Imogen Owen has taught over 2,000 creatives the art of modern calligraphy after she discovered a gap in the UK market. She’s now working on a range of branded calligraphy products, creating her own on-line store and continuing to inspire a new generation of calligraphers …. enter the quirky world of Imogen Owen!
- What’s your story?
I studied Graphic Design at Camberwell, and then did a number of different things whilst I was figuring out what I wanted to do, including working in film props and for interiors magazines. I was always interested in print and letterpress but it was only after a now or never moment where I asked myself what the hell I was doing with my life that I decided to start my own stationery brand.
- Was there ever a point where you questioned if you could do it? How did you get through it?
I never really doubt myself or my ability to do something. My downfall is taking too long to get round to doing it!
- What was the first piece of work you ever sold?
I’ve always been fairly entrepreneurial, and I’ve been making and selling things since I was a child. I can’t pinpoint what the first thing I sold was, there have been so many, but I think I’ve always liked to make things and if I could make some pocket money from it so much the better.
- How do you begin when working on a new project – can you share any top tips?
My head is always a seething mass of new ideas! I’m always researching new projects, looking for new opportunities and I have tons of notes for new projects. For me it’s about trying to filter out the other noise, work on one thing at a time, and see that thing through to completion. I always start with research. I want to make sure whatever I’m planning is going to come from the strongest place. I ask questions like: Have I chosen the best materials? Have I worked out the best production method? How is this going to work? What first steps do I need to take?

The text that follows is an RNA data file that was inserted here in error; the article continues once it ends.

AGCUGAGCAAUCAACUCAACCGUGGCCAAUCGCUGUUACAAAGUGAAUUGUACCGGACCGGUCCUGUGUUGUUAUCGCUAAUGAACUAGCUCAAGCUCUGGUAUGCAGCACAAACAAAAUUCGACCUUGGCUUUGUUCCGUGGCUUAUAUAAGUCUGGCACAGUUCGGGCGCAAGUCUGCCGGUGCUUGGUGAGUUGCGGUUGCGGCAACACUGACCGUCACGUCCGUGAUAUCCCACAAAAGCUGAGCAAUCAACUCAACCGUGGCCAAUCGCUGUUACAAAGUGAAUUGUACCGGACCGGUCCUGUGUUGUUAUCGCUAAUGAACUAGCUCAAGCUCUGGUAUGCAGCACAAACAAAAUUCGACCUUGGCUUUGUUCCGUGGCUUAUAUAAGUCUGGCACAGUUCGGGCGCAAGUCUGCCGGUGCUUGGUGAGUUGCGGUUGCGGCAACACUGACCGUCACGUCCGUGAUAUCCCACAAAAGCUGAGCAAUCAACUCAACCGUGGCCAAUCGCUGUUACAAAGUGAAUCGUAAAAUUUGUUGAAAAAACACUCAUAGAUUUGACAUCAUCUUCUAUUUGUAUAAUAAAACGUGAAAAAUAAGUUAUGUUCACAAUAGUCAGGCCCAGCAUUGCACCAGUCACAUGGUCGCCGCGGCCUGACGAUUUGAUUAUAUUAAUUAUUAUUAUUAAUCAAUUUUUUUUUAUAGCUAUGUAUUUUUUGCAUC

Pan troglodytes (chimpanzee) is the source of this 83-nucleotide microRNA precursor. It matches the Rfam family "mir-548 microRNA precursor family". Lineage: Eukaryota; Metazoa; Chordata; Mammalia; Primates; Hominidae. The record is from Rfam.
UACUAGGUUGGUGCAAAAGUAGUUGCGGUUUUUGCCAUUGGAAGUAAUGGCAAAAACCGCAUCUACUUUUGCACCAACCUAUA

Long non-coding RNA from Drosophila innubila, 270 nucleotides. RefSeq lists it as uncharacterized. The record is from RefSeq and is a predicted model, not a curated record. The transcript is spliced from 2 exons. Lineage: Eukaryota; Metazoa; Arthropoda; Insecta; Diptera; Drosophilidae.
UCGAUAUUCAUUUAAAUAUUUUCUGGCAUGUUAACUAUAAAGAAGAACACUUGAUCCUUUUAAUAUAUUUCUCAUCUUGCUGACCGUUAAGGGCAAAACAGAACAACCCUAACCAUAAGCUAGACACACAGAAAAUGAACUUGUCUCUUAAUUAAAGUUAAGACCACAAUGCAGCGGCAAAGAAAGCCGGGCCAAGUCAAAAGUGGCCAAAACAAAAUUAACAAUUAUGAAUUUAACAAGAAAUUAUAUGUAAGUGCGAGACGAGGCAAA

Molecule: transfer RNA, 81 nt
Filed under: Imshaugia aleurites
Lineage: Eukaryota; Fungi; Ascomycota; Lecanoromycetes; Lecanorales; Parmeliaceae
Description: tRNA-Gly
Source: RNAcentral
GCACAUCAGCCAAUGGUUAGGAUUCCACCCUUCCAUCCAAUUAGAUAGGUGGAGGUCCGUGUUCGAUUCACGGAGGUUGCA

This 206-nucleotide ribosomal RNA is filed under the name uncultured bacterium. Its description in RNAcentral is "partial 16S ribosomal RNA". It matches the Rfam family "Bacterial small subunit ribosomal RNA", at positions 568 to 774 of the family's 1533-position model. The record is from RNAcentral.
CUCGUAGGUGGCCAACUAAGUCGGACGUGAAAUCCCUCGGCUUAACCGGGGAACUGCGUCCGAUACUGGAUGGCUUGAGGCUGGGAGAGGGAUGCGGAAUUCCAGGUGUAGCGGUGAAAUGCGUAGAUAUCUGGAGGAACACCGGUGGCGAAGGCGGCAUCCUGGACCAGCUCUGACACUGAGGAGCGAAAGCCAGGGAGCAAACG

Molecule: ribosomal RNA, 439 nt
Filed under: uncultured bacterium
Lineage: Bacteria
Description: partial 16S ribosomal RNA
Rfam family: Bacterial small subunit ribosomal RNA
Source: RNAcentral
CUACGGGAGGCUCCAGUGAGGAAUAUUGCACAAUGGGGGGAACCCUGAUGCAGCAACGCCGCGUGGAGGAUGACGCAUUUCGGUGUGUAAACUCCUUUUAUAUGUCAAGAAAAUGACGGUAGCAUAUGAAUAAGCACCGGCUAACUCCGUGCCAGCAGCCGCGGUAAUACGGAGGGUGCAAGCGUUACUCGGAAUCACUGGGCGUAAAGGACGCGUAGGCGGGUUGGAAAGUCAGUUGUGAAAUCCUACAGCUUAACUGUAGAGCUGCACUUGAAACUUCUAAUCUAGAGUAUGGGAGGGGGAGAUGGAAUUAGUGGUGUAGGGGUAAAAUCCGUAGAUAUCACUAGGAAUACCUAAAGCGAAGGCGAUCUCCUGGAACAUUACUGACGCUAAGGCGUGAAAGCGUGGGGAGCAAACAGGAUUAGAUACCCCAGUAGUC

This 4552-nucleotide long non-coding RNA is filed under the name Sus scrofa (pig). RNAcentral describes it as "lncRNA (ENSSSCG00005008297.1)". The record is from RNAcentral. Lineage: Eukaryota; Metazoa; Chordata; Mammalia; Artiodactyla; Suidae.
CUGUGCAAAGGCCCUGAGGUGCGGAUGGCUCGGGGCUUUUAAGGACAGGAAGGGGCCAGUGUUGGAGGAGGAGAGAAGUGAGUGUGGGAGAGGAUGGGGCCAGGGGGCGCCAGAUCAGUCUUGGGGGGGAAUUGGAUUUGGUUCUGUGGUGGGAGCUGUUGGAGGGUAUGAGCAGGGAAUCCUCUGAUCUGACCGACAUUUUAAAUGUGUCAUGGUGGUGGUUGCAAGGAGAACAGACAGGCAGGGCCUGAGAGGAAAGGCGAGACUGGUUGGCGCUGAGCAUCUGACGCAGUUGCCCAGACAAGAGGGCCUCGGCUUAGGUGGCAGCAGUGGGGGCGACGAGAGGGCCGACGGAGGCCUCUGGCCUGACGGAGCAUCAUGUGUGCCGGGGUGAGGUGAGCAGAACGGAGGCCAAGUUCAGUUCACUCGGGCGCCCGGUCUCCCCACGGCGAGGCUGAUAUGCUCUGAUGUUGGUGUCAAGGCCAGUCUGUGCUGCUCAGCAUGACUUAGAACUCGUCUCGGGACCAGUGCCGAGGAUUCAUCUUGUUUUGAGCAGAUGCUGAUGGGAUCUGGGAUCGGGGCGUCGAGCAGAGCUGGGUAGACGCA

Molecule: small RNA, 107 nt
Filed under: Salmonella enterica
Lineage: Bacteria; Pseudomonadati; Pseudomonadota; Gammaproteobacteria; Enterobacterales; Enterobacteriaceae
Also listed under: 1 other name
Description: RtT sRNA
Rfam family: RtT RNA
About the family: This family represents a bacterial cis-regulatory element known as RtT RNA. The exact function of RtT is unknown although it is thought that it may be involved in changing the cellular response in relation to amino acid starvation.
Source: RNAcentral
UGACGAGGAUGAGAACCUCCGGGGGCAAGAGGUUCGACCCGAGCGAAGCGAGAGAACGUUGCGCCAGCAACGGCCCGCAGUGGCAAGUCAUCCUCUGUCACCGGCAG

- At each major growth point of your business (i.e. creating a new website, launching workshops, exhibiting at the Stationery Show in New York, etc.) how do you motivate yourself to take the big leap? Can you share a little bit about your decision making process?
One of my weaknesses is not making quick decisions. I know I do this and it really annoys me. I know my mind and I know what to do, but I sometimes weigh up all the options too much. I’m not as self-assured as I should be, which is pretty daft, as I know what’s what. Sometimes I just need to tell myself to shut up and get on with it and stop putting things off. I think you know pretty instantly if something is right for you or not, as you always come back to your gut feeling. The key is being able to trust your own judgement.